Sydney Steel '19
2015 Intern Reflection:
I had watched Fareed Zakaria GPS on CNN since I was in high school, so it was a dream come true to be able to work for the show. GPS is distinct from most other news programs in that it takes a highly analytical and almost academic approach to covering international affairs. That form of journalism allowed for me to contribute to a thoughtful and original way of telling stories about the world, which was quite refreshing during an age of 24-hour news cycles.
On Mondays and Tuesdays, all members of the staff, including interns, are able to propose ideas for show segments, and Fareed and the producers look at every pitch. If my idea was picked up, I would immediately become part of the research and fact-checking process for that segment and continue to shape its development. It has been a tremendous opportunity to offer my own knowledge and critical thinking to the show. Wednesdays, Thursdays, and Fridays were when I helped to gather photographs and videos needed for the broadcasting of each story, as well as transcribing interviews, helping in the control room, and sorting through viewer feedback. During the internship I also had the chance to work on a group project in which interns were able to propose ideas to CNN executives to improve the network, whether it was a pitch for a new show or a new way to make use of social media.
Working at GPS has been a rewarding and intellectually stimulating experience, as I have been able to think about the world in new ways and better understand how journalists report on the decision-makers and trends that shape the news. There is no better place than GPS to learn about and assess the international environment we live in today.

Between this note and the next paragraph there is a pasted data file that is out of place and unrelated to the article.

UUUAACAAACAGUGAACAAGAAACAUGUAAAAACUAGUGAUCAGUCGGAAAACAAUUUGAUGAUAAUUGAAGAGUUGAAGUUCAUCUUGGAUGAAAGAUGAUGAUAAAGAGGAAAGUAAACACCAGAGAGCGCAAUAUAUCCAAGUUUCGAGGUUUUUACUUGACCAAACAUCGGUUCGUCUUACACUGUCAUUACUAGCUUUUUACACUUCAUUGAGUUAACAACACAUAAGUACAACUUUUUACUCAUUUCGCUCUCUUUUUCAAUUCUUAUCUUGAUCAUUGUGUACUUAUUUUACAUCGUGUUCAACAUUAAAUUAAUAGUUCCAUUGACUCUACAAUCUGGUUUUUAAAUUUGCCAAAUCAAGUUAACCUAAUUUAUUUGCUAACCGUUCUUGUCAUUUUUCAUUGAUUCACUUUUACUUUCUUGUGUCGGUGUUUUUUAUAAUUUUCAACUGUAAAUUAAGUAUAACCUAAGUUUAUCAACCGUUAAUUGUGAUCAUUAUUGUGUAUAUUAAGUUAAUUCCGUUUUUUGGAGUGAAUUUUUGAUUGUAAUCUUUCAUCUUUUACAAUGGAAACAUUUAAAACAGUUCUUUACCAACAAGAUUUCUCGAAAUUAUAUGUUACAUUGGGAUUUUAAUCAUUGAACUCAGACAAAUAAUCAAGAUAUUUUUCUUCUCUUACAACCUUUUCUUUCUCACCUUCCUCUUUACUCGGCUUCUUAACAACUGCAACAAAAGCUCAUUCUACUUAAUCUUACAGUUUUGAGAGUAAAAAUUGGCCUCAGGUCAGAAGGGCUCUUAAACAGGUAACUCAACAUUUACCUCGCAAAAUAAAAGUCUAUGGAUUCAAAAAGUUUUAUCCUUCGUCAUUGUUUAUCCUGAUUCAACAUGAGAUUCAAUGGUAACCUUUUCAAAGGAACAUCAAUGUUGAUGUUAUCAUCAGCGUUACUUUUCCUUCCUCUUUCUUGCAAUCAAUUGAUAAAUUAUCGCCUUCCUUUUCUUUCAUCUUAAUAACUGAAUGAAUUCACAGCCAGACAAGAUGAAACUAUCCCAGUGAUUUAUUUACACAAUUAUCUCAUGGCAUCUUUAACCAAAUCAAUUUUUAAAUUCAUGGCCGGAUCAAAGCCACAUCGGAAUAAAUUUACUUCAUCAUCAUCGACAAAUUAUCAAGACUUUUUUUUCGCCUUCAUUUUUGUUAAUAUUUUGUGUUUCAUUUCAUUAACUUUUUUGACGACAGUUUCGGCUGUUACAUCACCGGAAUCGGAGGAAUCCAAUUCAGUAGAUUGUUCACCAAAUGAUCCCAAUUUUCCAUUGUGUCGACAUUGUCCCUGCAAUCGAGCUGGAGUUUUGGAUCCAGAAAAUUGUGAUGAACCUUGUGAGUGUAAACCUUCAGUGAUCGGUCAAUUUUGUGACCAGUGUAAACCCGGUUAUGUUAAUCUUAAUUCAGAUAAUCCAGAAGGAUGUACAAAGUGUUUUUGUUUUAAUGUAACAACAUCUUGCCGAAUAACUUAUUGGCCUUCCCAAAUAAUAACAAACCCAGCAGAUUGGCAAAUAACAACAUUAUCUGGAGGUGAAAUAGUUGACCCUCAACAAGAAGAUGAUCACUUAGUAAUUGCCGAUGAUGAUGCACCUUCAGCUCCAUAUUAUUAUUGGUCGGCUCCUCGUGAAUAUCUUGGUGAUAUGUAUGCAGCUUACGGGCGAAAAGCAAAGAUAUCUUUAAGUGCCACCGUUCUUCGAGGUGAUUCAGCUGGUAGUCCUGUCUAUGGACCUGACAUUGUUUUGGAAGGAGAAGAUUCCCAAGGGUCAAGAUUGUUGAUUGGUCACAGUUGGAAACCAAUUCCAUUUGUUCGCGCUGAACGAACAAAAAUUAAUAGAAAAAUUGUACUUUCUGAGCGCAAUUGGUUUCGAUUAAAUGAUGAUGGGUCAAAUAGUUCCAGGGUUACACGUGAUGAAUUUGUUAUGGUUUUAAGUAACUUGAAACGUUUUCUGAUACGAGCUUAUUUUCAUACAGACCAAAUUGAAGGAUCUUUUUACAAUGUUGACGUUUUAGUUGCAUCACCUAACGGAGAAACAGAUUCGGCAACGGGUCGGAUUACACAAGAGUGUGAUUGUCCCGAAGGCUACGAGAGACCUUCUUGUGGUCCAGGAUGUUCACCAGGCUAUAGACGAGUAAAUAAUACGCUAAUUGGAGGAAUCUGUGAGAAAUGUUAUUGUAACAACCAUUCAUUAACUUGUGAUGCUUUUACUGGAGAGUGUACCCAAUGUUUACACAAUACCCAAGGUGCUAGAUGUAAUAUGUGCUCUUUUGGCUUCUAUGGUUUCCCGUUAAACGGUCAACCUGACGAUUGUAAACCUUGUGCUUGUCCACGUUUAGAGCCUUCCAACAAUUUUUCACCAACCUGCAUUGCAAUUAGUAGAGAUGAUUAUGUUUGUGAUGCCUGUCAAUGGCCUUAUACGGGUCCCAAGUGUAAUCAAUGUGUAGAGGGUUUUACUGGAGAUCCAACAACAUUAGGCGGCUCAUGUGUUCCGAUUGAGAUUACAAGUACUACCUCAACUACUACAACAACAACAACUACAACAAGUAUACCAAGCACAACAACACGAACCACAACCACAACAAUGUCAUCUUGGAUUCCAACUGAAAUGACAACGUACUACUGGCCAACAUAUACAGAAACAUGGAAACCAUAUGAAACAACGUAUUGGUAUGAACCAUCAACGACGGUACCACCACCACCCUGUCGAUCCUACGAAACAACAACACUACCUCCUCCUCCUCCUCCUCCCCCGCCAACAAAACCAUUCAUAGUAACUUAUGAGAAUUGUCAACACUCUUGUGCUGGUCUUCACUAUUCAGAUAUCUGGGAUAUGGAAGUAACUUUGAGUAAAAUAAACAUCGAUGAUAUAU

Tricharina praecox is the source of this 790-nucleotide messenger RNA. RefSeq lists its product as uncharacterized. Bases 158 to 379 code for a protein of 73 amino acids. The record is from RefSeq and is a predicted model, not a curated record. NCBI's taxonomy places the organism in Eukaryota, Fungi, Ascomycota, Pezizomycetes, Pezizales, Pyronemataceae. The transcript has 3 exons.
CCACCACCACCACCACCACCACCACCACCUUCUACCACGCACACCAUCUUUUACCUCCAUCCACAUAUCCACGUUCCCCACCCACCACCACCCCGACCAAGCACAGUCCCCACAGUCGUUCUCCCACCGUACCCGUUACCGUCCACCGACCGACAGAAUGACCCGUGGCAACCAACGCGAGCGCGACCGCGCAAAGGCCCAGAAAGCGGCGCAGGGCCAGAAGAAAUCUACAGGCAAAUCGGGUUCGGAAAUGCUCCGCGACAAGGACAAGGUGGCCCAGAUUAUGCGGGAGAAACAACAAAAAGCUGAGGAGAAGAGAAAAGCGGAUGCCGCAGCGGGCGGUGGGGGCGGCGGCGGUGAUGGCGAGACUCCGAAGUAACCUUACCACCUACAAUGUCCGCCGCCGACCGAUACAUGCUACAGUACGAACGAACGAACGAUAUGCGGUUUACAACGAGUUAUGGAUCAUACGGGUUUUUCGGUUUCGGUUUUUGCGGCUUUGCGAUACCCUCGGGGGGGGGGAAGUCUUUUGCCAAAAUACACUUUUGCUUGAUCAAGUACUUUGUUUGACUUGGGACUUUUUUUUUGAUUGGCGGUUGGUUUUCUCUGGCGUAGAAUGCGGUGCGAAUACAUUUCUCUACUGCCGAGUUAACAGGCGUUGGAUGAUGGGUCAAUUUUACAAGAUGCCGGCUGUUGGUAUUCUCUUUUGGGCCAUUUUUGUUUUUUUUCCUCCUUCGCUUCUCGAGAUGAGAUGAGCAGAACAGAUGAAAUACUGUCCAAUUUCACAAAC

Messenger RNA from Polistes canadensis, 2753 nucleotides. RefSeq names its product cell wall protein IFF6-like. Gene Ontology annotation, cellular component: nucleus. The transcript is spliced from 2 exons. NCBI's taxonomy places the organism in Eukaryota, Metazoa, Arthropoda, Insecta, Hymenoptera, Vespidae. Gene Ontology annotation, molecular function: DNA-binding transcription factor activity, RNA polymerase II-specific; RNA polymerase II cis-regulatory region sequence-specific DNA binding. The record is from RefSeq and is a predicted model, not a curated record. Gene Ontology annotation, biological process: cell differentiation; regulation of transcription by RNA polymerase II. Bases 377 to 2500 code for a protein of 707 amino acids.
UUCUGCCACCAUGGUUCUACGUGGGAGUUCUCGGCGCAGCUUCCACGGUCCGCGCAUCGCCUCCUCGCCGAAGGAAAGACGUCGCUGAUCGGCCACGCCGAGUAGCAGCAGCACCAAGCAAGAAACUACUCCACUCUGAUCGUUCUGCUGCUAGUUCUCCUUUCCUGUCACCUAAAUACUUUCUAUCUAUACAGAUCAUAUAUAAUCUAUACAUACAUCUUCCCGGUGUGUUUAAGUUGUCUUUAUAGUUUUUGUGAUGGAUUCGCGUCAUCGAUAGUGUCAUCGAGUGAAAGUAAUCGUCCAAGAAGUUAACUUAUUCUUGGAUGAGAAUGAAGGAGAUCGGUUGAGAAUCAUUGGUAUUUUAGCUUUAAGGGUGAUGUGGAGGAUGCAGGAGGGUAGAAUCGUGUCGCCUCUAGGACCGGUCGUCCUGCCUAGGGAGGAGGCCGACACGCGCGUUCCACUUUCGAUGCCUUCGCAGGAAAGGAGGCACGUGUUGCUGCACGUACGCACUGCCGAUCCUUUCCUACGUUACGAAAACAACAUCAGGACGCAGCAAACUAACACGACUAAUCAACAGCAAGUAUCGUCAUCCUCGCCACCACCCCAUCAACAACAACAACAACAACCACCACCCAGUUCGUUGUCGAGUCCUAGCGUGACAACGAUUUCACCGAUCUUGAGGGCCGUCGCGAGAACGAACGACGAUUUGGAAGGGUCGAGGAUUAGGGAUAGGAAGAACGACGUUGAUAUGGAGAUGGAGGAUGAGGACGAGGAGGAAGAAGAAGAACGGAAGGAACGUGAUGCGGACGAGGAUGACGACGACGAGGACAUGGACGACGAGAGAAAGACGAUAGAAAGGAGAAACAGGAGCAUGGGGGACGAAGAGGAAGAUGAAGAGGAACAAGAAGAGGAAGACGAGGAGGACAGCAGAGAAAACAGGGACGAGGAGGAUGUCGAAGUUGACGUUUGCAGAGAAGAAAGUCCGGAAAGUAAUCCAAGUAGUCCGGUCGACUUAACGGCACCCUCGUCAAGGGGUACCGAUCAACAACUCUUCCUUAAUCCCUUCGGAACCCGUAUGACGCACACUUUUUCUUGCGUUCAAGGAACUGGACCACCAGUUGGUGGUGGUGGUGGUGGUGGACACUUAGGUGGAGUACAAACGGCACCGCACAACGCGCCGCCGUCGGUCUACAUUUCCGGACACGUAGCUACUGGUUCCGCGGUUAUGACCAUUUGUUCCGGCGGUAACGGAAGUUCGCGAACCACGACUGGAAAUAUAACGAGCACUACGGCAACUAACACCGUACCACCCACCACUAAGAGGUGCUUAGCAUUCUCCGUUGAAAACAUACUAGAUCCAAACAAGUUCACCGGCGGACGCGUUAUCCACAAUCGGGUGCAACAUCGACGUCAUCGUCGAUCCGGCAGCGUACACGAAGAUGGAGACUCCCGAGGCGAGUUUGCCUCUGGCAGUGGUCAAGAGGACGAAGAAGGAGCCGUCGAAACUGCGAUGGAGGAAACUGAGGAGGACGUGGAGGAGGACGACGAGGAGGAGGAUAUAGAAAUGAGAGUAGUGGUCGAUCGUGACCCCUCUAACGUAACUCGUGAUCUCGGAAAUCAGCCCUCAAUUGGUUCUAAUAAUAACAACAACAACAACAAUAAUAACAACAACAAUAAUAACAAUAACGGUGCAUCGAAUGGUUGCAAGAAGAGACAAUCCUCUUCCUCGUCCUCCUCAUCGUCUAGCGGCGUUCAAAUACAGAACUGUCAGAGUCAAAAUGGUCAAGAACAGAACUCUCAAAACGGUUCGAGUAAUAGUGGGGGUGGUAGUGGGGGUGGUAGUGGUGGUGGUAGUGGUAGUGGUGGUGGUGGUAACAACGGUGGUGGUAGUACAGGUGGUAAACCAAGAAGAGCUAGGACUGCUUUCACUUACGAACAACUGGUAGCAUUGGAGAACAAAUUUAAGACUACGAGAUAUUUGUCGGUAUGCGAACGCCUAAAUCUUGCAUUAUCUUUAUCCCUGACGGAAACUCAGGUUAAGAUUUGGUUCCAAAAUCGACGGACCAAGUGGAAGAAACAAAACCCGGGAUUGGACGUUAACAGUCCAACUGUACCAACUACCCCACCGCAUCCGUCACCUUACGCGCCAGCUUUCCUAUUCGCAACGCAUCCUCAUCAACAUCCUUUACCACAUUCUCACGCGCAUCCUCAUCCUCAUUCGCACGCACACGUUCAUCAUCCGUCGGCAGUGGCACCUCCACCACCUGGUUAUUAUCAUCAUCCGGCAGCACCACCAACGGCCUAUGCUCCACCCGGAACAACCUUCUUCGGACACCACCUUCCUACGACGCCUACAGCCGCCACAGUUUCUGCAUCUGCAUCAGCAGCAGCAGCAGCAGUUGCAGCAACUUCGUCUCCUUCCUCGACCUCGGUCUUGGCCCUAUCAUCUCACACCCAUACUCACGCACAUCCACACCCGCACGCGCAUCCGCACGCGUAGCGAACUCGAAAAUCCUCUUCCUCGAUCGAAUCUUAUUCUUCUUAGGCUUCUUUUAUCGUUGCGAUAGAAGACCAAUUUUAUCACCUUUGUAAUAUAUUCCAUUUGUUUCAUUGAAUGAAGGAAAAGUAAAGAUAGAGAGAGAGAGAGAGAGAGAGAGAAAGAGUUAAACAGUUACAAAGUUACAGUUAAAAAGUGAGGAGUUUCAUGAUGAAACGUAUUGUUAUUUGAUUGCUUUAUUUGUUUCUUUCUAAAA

Arjun Kapur '16
2014 Director's Intern Reflection:
At GPS I’ve had the opportunity to interview experts on Latin American policy, write my own news analyses, propose suggestions to the CEO of CNN Worldwide. We interact with world leaders, academics, and journalists who come to the show, but the staff never loses sight of the value of informed storytelling over star appeal.
The crew is thoughtful and careful, I would say unusually so for television. Many also work on book projects or TV documentaries and invited me to pitch in. They hold themselves--and the interns--to the highest standard of accuracy and style. "Checking is worth the extra minute,” and it’s also worth watching a show I helped create go to hundreds of thousands of viewers without cringing at mistakes.
Even the small tasks that make the show run teach me something every day, but the staff values its interns’ intellectual input. Fareed and the producers read every suggestion for show segments, and if they like an idea, they’ll pull the intern responsible for it into process and have them research more. All three of us interns have had an idea turn into a segment or at least a question of the week.
Kevin O'Donnell '16